Charlie Brooker discusses the final Lost episode which he describes as making “less sense than a milk hammock.”
I gave up on Lost (Sky1) some time during the first season, having decided it was just a bunch of irritating people going “woo” on a rock in the sea. An episode detailing Charlie the rock star’s backstory, replete with hammy flashbacks to a wildly implausible version of Manchester, was the final straw. But since then I’d heard from devoted fans, who insisted that despite a few major wobbles somewhere round the halfway point, it was actually well worth watching.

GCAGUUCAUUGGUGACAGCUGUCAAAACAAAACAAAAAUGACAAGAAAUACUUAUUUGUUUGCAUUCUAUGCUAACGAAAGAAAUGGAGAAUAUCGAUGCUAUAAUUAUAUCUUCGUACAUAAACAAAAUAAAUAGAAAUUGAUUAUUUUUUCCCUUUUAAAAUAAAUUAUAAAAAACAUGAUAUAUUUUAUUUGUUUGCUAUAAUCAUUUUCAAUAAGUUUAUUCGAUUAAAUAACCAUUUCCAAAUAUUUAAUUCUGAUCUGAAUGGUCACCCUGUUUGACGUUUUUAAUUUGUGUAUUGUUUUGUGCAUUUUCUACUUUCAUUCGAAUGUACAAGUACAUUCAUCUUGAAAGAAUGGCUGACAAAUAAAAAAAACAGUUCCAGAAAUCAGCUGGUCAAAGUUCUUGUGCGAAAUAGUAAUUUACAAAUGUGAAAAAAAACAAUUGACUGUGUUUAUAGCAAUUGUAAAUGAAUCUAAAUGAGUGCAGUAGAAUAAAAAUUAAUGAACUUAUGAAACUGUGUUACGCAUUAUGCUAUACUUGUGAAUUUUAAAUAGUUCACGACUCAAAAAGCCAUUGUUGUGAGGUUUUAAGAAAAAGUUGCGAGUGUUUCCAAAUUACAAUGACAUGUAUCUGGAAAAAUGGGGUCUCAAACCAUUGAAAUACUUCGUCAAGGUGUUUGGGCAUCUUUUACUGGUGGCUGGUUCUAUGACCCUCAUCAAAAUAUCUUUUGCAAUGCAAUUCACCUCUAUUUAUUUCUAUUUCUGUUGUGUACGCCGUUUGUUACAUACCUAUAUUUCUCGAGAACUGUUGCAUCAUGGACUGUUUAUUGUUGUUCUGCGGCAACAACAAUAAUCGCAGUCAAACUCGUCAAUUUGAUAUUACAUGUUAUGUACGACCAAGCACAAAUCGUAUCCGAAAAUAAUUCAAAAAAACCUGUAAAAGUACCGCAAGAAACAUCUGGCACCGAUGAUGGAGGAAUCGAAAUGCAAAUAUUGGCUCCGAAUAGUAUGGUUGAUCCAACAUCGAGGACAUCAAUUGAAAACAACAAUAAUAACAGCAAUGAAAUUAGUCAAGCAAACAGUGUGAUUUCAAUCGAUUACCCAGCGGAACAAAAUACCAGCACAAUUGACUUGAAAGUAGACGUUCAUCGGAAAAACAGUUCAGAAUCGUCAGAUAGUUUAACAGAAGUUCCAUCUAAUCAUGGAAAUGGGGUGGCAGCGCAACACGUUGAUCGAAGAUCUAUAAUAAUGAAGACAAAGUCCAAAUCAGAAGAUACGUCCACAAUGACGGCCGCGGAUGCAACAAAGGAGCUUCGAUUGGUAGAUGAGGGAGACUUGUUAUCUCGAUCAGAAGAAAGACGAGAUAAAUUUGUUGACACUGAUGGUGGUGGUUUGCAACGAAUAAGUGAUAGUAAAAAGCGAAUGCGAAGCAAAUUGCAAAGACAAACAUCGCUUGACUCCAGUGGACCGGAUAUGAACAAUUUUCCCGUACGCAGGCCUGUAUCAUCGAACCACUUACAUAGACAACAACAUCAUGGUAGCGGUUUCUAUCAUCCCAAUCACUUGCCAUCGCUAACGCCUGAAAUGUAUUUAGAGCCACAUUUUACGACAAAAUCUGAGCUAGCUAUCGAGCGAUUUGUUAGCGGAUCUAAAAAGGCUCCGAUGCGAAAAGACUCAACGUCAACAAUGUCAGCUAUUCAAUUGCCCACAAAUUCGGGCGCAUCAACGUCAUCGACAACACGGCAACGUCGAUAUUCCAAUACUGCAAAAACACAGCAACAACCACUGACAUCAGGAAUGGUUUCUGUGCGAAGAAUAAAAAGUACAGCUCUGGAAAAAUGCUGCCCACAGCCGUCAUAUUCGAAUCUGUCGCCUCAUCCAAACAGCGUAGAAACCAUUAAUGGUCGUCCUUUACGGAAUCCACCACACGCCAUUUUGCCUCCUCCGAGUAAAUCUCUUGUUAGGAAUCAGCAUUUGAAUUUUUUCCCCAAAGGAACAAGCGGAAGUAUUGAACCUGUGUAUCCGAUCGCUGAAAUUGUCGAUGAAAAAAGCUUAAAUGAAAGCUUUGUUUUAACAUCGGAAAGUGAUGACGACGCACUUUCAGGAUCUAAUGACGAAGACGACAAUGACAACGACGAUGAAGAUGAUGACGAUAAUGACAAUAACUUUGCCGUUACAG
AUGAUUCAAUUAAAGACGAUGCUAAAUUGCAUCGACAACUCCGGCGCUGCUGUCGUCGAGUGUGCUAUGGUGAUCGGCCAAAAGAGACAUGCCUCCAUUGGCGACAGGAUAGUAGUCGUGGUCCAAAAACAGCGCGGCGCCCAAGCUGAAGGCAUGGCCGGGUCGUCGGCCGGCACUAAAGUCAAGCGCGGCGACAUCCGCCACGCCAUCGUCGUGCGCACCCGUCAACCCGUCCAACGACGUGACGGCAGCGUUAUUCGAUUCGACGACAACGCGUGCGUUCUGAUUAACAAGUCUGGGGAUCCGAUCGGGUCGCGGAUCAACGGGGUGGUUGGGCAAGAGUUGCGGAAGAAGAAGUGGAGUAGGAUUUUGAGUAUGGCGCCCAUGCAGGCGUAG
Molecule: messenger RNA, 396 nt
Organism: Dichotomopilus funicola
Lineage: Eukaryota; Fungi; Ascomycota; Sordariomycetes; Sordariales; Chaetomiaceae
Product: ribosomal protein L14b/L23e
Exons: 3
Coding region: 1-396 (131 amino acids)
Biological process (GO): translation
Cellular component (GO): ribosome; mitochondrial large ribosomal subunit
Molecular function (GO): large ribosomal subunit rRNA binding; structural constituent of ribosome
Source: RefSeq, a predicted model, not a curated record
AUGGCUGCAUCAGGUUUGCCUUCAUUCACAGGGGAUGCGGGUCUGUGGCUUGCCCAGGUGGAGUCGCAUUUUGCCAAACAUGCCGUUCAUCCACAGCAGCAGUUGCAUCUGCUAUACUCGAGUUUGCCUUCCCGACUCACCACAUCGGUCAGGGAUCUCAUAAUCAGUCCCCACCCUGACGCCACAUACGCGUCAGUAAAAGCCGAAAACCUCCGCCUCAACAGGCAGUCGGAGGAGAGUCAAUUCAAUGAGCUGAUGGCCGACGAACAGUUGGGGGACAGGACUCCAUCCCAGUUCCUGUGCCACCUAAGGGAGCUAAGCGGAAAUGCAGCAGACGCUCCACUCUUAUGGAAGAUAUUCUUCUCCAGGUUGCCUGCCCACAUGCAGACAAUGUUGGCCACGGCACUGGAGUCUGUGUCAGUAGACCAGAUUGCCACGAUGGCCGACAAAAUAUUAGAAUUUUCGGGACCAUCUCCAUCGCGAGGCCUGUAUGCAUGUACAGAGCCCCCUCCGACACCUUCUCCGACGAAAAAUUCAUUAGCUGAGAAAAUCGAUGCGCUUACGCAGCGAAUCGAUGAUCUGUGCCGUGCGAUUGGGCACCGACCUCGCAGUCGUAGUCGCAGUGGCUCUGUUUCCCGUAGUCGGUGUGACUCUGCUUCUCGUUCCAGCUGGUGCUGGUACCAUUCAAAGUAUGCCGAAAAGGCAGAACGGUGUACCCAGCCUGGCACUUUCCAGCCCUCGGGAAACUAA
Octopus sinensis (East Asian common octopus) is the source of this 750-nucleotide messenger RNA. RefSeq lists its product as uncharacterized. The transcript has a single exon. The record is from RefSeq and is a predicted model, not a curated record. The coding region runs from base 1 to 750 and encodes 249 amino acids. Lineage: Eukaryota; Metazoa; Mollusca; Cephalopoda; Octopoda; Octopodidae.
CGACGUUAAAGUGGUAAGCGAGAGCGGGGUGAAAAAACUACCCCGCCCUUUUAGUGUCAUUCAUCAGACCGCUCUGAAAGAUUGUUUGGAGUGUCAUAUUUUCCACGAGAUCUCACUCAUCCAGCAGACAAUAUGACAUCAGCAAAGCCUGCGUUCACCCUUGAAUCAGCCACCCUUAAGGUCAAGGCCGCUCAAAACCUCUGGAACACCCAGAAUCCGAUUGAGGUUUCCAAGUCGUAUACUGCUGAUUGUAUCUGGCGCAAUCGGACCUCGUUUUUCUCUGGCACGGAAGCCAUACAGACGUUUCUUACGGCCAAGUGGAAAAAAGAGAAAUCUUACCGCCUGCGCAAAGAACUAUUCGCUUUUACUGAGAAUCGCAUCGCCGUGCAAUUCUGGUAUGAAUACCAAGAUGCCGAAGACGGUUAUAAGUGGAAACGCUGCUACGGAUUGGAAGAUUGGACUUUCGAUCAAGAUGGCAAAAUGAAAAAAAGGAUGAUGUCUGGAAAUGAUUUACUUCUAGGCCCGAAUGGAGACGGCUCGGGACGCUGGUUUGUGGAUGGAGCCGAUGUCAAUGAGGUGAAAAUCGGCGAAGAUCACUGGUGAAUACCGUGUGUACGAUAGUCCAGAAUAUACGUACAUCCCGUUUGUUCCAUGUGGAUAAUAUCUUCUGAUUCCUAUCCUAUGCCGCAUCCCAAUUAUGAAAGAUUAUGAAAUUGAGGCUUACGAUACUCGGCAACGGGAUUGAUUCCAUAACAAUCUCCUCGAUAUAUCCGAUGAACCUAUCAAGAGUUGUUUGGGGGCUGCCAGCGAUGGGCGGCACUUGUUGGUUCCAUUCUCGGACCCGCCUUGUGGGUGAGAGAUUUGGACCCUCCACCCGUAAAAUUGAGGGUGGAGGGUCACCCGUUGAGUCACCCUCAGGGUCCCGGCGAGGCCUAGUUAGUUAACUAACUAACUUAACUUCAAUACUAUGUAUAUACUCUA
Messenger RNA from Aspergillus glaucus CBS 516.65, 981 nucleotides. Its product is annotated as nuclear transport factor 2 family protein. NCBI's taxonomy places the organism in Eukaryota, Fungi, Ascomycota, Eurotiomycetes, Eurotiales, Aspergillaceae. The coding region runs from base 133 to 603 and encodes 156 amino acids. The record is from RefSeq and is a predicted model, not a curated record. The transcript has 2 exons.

I never acted on their advice. I could’ve bought the box set, I suppose, but that’d be a lot of investment in a show which had annoyed me so much in the past. Best just to tune in to the final two episodes ever instead, then. I can probably just pick up the story, right? Wrong. Thumpingly, obviously wrong. Far from clearing up the mystery of what the island was and why they were there, from my uninformed point of view, the finale consisted of random sequences in which irritating people went “woo” on a rock in the sea and in a city, apparently simultaneously. The city was purgatory and the island was real. Or was it the other way round? Characters I recognised rubbed shoulders with strangers, all of whom were imbuing each line of dialogue with such sombre, knowing significance, you could be forgiven for assuming we were witnessing the end of history itself.
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